Did you know that irregular bedtimes can cause jet lag like symptoms? A survey of 10,000 children showed irregular bedtimes are connected to hyperactivity, acting out and emotional withdrawal.
In an interview with Michelle Trudeau on National Public Radio, researcher Yvonne Kelly from University College in London said, “Children with late bedtimes and non-regular bedtimes were more likely to have behavioral difficulties…[including] hyperactivity and conduct problems. So hitting people and acting out, and not getting on with peers, and being emotionally withdrawn.”
Kelly has been studying numerous details surrounding bedtime in thousands of homes in the U.K.
After taking into account a wide range of factors including family size, income level, the amount of television watched, dietary habits and more, the research has found that bedtime patterns have the greatest impact on children’s behavior.
“If you change their bedtimes, say, 7 o’clock one night, 9 o’clock, the next, 8 o’clock the next, 10 o’clock the next, if we do too much of that switching, we end up inducing this kind of jet-lag effect, which makes it really, really difficult to regulate behavior,” Kelly said.
Irregular bedtimes throw off the body’s circadian rhythm — the biological clock that regulates patterns of sleep and wakefulness. The part of the brain that controls the circadian rhythm is affected by light. When the sun goes down and ambient light fades, the brain produces a hormone called melatonin, which causes drowsiness. When the sun rises, and ambient light increases, the production of melatonin drops.
According to sleep researcher Russell Rosenberg, children have a rise in melatonin earlier in the evening than teenagers or adults. The natural time for young children to fall asleep is between 7 and 8 p.m., Rosenberg says.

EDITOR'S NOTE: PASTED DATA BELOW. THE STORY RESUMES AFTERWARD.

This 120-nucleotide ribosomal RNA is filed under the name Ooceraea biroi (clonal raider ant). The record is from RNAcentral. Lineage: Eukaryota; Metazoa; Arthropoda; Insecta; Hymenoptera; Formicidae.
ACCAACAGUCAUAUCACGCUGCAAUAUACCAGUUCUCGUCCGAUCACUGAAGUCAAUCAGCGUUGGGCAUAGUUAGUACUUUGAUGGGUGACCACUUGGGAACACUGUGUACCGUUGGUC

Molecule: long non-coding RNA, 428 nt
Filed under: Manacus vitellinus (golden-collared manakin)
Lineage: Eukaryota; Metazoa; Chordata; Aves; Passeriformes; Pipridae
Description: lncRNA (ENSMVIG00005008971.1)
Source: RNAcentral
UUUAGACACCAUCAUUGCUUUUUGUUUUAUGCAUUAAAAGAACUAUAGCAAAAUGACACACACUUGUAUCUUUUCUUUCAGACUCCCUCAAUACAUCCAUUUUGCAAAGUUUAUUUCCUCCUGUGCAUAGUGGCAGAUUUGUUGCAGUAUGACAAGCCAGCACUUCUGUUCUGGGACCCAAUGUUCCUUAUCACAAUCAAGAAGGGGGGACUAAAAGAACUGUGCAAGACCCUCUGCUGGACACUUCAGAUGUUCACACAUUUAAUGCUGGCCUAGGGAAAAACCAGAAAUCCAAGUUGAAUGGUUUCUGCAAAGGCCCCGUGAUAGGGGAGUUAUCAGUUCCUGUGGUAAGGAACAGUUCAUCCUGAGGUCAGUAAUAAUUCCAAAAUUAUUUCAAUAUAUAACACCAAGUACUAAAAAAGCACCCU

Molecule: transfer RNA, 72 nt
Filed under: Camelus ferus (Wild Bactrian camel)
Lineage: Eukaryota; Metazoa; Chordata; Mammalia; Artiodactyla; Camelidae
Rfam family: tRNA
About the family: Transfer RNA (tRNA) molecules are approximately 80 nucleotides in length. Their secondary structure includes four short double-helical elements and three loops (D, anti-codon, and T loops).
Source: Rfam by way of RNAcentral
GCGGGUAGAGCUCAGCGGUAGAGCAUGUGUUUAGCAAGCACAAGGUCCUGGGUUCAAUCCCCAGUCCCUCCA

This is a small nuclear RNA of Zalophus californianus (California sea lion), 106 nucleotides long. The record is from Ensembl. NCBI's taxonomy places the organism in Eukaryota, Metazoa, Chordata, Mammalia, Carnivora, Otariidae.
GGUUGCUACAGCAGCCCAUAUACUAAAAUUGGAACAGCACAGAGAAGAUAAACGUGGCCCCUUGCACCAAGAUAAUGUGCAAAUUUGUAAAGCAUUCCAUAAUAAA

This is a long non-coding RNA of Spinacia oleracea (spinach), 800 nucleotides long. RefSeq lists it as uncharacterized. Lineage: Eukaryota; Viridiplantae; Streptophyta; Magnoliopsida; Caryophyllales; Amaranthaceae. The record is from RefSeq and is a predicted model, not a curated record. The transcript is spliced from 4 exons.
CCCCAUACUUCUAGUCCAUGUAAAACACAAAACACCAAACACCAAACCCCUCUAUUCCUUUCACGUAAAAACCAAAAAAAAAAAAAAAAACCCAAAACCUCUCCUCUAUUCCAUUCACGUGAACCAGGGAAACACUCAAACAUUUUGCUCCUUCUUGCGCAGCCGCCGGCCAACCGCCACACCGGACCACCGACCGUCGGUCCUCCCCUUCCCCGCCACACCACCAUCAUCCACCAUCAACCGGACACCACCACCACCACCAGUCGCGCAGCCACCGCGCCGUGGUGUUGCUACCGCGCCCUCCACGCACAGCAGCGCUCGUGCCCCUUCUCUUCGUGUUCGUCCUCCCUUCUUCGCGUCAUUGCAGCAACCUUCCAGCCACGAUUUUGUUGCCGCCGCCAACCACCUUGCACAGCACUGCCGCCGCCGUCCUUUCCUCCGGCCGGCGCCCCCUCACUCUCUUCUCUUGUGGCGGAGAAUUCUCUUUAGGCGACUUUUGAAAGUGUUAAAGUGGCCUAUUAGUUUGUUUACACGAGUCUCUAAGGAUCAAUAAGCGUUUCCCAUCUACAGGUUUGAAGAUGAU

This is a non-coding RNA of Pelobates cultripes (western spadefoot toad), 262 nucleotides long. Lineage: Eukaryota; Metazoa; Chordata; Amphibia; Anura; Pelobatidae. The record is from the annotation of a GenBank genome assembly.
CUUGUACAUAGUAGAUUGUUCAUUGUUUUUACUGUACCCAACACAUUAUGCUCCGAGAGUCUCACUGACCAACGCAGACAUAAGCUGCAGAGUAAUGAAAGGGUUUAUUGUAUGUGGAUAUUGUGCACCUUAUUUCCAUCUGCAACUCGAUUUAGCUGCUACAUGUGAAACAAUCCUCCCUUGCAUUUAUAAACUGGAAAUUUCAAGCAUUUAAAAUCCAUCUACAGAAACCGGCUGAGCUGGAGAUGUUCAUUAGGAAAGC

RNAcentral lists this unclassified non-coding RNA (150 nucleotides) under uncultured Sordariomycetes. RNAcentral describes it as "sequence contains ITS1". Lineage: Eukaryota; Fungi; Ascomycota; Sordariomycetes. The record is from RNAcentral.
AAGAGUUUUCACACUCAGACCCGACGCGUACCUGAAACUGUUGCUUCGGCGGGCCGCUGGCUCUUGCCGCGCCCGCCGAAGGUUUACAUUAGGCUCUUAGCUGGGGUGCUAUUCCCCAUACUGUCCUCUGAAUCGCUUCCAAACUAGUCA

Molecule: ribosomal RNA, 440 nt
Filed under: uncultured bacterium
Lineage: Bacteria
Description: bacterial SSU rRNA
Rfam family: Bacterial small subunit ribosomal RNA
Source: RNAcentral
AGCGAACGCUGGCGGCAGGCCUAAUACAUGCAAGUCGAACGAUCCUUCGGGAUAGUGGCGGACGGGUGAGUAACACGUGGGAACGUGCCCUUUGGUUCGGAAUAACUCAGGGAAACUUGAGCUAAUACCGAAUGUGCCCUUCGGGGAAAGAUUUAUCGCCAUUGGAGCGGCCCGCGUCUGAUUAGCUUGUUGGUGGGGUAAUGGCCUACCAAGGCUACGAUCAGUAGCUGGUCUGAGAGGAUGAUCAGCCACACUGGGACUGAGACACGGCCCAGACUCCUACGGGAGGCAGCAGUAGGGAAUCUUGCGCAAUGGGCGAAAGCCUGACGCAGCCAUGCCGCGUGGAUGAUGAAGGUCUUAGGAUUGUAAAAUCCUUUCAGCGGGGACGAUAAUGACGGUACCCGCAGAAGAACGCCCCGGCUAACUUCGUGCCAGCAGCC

Televisions, computers, phones, tablets and iPods emit blue light, which suppresses the production of melatonin, making it harder to fall asleep. A good rule of thumb is to turn off all electronics an hour before bedtime. That’s when you can begin the wind down to your bedtime routine.
Problems Are Reversible
According to Kelly’s study, the behavior problems caused by irregular sleep are reversible. When parents established a bedtime routine, and children went to sleep at the same time each day, their behavior improved.
Sleep experts say that a routine is an important part of healthy sleep habits for kids.
We are big proponents of starting your day the night before, and kids are never too young to begin building this valuable life skill. So step one of a good bedtime is preparing for the next day.
Even with an infant, you can take them into the bedroom, lay on the floor for tummy time and narrate what you are doing: “Now we’re going to prepare for tomorrow. Mommy is taking out your clothes for tomorrow. This outfit is perfect. Don’t you agree?” Narrating like this dramatically increases a child’s vocabulary, which is a key indicator to later academic success, just make sure if you do this, get some baby girl onesies they might actually want to wear.
For toddlers, you can select a few outfits, and let them choose which one they’d like to wear the next day. If you’re going to be out during the day, your toddler can help you pack lunches. Children at any age can participate in this part of the routine. It signals the end of one day and helps gear up for the next.
A warm, relaxing bath is another good addition to a bedtime routine. Of course teeth brushing and PJs should be part of it.
And after that, choose a calm activity like reading a bedtime story and singing a quiet bedtime song. Remember to keep lights dim.
The Order Is Important
Young children don’t have a solid concept of time, but routine helps. When a bedtime routine is predictable — you follow the exact same steps every time — it helps them understand what is coming next, which gives children a sense of safety and peace.
With consistency and a commitment to an established bedtime at an age appropriate hour, children will develop a strong circadian rhythm, which in turn has positive effects on behavior.